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[tutorial]3D-Looking Sprites with Normal Maps
#1
First of all, I'm not claiming I'm any good at this (to say that the viceversa applies would be more appropriate), but I still thought some of you might have not heard of it, or perhaps did but for another application that doesn't include sprites.

Before I start, let me introduce you to someone some of you may find familiar:
[Image: z8wkBY4.png]
It's none other than my snowman monster sprite for LFE's latest spriting contest. That received only a couple of votes. The shading is bad, and the sprite is generally bad, I get it. But the shading is bad. Shading requires practice to develop that sense of intuition to get it right, and I still haven't done enough to be able to do that. A couple of days ago though, I was working on some other project that has to do with something called Normal Mapping. The idea of normal mapping is to give detail to low-polygon 3D models by providing the computer with fake information of bumps on a surface of a model which don't really exist. By doing this, we fool the computer and alter lighting calculation to actually make it seem like there are extra details. That surface then gets lit as if there really are more bumps on it:
[Image: normalmapper.jpg]

So it occurred to me that maybe this can be done for sprites. I googled "sprite normal maps", and it turned out that I'm not the first to come up with the idea (and it was really foolish of me to think I was the first). But anyway, I went on and tried making a normal map for the snowman monster (on the left), and an unshaded version of the snowman (called the "diffuse texture", on the right).
[Image: snowman_normal.png][Image: snowman.png]

And here is the sprite-normalmap mix working under different lighting conditions:
[Image: 2CGRkbC.png][Image: aqv3mId.png][Image: Ie4AMo2.png][Image: i4B0466.png]

Click here to try it out interactively

So yes. I'm going to skip the "how it works" (to give an idea, every pixel's RGB correspond to an XYZ vector describing the direction of the normal of the surface at that spot) and jump straight to explain how you make a normal map for a sprite. I don't think there's one particular way of making those, but I'm going to explain the method I used to made the snowman's. So for those who don't know what normals are, you hopefully know what tangents are; lines which lie flat on a surface:
[Image: Xj7TN9p.png]
There are other imaginary lines which stand straight (perpendicular) on them, those are the normals we're talking about (the blue lines):
[Image: O2NaLUU.png]

As you can see, normals are a good way to describe surfaces. Take for example this set of normals:
[Image: sFhvXEK.png]
One can immediately tell that it's describing a bump on a flat surface:
[Image: 62wXdIs.png]

That's exactly what normal maps are, except, instead of an array and a direction, we have a color which corresponds to a direction. Calculating the color for every pixel on a sprite would be tedious, so what I did was get a reference; a normal map of a sphere:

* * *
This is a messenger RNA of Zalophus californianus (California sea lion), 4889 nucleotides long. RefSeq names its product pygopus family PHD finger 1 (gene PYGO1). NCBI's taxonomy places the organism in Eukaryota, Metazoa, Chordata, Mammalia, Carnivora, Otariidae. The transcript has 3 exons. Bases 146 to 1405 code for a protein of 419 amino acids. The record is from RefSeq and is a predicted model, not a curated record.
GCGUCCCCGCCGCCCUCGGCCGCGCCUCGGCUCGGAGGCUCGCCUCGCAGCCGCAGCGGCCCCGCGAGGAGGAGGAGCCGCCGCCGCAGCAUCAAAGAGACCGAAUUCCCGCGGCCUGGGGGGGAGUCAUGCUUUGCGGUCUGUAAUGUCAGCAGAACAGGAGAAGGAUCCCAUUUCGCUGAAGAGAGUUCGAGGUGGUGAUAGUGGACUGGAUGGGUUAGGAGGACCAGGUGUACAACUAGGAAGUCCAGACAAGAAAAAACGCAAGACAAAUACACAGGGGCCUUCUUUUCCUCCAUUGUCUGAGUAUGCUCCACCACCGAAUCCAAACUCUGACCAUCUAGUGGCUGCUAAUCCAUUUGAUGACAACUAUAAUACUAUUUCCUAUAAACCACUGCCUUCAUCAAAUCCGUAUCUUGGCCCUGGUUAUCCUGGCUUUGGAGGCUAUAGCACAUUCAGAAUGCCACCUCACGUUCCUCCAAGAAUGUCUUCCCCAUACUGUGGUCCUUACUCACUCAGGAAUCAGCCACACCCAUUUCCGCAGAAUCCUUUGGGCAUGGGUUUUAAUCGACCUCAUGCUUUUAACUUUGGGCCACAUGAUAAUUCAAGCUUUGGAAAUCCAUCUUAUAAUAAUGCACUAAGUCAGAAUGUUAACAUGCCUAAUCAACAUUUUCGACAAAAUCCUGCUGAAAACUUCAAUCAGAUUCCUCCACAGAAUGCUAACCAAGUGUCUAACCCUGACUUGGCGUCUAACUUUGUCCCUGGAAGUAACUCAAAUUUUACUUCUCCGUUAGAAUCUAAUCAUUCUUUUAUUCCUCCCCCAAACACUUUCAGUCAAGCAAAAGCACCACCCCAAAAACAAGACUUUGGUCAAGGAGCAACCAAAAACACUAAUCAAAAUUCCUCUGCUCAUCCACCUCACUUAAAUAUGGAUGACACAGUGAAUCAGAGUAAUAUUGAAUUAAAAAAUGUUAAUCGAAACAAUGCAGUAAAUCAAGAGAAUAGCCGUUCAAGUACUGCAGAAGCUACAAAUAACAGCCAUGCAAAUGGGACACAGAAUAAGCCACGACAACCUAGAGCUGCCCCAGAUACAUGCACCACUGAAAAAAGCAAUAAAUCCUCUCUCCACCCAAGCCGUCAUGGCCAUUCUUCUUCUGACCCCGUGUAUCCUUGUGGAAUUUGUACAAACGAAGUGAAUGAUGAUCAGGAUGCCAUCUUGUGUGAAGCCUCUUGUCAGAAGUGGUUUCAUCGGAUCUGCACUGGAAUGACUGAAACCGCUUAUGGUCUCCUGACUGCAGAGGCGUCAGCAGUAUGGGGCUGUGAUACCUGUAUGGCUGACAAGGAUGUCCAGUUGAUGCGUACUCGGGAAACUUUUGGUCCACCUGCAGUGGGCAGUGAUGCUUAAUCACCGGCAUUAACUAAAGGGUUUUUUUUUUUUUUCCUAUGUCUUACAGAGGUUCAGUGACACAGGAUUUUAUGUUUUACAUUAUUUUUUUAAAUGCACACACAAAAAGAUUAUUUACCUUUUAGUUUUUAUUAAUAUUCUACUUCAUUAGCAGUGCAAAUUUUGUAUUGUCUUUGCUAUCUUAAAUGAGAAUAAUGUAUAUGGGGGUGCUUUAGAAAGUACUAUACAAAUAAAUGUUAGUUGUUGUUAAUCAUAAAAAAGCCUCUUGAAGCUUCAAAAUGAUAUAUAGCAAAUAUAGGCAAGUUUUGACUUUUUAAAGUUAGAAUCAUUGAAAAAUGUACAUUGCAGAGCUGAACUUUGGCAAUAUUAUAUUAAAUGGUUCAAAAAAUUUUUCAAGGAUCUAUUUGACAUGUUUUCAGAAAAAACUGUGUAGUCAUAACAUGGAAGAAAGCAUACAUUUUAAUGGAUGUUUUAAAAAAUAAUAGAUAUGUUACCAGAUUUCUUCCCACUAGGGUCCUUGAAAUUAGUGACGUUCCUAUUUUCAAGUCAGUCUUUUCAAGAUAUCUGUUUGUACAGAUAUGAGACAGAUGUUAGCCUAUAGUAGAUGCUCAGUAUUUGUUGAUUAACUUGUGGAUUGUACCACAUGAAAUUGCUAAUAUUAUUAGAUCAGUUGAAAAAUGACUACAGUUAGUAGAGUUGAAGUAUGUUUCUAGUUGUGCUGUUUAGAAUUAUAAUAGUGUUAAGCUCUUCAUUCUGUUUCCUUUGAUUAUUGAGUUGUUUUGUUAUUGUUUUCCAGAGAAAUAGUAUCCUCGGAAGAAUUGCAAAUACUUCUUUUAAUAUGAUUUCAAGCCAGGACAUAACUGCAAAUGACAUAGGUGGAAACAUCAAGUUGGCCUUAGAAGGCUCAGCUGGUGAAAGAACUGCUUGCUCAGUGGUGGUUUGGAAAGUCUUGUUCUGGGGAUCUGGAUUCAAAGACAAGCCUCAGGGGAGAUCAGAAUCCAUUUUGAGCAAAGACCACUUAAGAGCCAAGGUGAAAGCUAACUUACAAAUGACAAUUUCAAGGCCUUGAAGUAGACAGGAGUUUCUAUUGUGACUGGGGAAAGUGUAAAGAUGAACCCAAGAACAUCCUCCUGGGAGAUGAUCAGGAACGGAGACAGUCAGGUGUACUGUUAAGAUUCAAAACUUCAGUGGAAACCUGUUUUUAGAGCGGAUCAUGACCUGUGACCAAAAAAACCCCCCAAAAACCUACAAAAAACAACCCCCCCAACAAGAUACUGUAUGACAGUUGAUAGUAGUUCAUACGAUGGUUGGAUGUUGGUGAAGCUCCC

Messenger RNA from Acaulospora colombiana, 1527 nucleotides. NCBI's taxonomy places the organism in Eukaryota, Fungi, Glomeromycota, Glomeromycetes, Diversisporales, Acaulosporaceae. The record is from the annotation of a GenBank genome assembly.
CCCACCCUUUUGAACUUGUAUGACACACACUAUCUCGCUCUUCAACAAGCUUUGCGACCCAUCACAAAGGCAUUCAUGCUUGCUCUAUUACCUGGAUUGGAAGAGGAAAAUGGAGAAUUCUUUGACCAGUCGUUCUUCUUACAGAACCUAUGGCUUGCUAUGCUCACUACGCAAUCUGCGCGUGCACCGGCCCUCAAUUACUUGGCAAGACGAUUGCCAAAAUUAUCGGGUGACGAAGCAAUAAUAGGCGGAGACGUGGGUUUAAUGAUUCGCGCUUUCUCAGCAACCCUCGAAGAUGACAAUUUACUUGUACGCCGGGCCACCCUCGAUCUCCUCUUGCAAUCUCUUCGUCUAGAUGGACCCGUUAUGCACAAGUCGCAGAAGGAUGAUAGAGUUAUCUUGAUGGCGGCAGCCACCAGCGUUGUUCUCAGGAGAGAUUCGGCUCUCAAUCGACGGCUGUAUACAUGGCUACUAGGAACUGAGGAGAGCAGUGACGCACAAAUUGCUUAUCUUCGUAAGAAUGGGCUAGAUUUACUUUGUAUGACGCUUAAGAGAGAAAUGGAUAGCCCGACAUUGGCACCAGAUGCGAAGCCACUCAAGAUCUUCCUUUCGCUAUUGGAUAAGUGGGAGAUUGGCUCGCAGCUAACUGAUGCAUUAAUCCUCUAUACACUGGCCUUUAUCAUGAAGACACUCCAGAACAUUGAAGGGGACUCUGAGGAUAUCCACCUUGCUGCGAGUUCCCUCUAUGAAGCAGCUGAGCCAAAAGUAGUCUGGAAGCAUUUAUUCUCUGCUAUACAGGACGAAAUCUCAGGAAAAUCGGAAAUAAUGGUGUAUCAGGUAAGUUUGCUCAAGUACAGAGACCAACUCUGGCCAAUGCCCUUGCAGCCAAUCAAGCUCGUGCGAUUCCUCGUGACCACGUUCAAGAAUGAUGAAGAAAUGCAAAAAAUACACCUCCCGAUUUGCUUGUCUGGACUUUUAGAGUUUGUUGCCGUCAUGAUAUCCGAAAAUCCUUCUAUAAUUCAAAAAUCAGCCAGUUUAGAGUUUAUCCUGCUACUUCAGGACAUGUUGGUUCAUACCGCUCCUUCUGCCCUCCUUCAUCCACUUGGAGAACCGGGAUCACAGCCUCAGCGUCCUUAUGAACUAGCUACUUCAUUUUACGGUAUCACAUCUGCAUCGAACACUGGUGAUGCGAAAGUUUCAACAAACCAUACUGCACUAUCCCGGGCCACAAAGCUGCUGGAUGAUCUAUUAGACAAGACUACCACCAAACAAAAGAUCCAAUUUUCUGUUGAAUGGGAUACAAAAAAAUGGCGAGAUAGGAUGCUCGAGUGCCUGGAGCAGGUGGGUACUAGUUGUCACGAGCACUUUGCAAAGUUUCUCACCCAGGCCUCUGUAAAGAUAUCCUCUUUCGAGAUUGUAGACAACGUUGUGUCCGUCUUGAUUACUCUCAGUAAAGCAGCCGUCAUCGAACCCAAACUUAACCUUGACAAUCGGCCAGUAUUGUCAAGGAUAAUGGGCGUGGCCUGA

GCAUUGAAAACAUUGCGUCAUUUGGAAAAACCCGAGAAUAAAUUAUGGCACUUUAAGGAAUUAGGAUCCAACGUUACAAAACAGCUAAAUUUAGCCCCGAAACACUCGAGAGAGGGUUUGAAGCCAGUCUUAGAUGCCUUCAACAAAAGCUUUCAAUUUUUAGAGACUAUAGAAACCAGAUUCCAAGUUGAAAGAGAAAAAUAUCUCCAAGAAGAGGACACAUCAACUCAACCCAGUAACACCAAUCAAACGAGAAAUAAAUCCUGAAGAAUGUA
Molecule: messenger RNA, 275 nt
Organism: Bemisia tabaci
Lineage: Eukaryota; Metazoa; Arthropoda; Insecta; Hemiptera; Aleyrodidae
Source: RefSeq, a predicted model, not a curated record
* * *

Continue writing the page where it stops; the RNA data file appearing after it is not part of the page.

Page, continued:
[Image: 6487-normal.jpg]
Now the advantage of using a sphere over any other shape is that the surface of a sphere has normals going in every direction and distributed in a familiar way (in a sinusoidal way, for the pedantic).

What you do then is do your best to visualise the ups and downs of the sprites in your head, and think of what region on the sphere have a normal that's identical to the region you're working on. Then you get your color picker or stamp copying tool or whatever and get to coloring!
[Image: dRmjHcA.png]
One thing you can do to make things a bit easier is to resize the sphere (for when you're working on a spherical-like/curved part, and want to use the copying tool). But DON"T scale it out of ratio, or the values become wrong.

It took me around 1.5x the time I used for shading the sprite last time, and I'm liking it. Of course, this isn't the only way to do it. I heard there are ways using a tool called "z-brush" available on Photoshop, which supposedly makes things easier. Some even use 3D modeling software which allow one to make them in a very friendly way.

I forgot to mention that this might not be useful for use with LF2, as the game can't do any lighting or anything to sprites. However, one can take snapshots of the sprites like I did above and use them directly. Also, in case you're working on some other project, almost every popular game engine out there support normal maps (A-Engine does too, btw :P). So it might come handy sometime in the future.

If you have any questions, comments, tips or corrections, please don't hesitate to post. I'd also love to see any attempts you guys make!
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A-Engine: A new beat em up game engine inspired by LF2. Coming soon

A-Engine Dev Blog - Update #8: Timeout

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#2
Combine it with http://www.snakehillgames.com/spritelamp/
One step forward



[Image: NsiNMB9.png]

Help me and test my new game basis!




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#3
I've seen that the other day, but 4 shaded sprites might still take me more time (and skill) than a normal map would (although I think shading from extreme edges might be easier for me). Also, if you're interested in buying that one, there's an open source (free) program that does what Sprite Lamp would.

But yes, I've been exploring the possibilities, and I think it'd be possible to generate normal maps out of depth maps (used for shadowing the sprite). They seem a bit more easy to make, and that way, one can hit 2 birds with one stone :P.

Glad this piqued your interest though.
[Image: signature.png]
A-Engine: A new beat em up game engine inspired by LF2. Coming soon

A-Engine Dev Blog - Update #8: Timeout

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#4
:D nice
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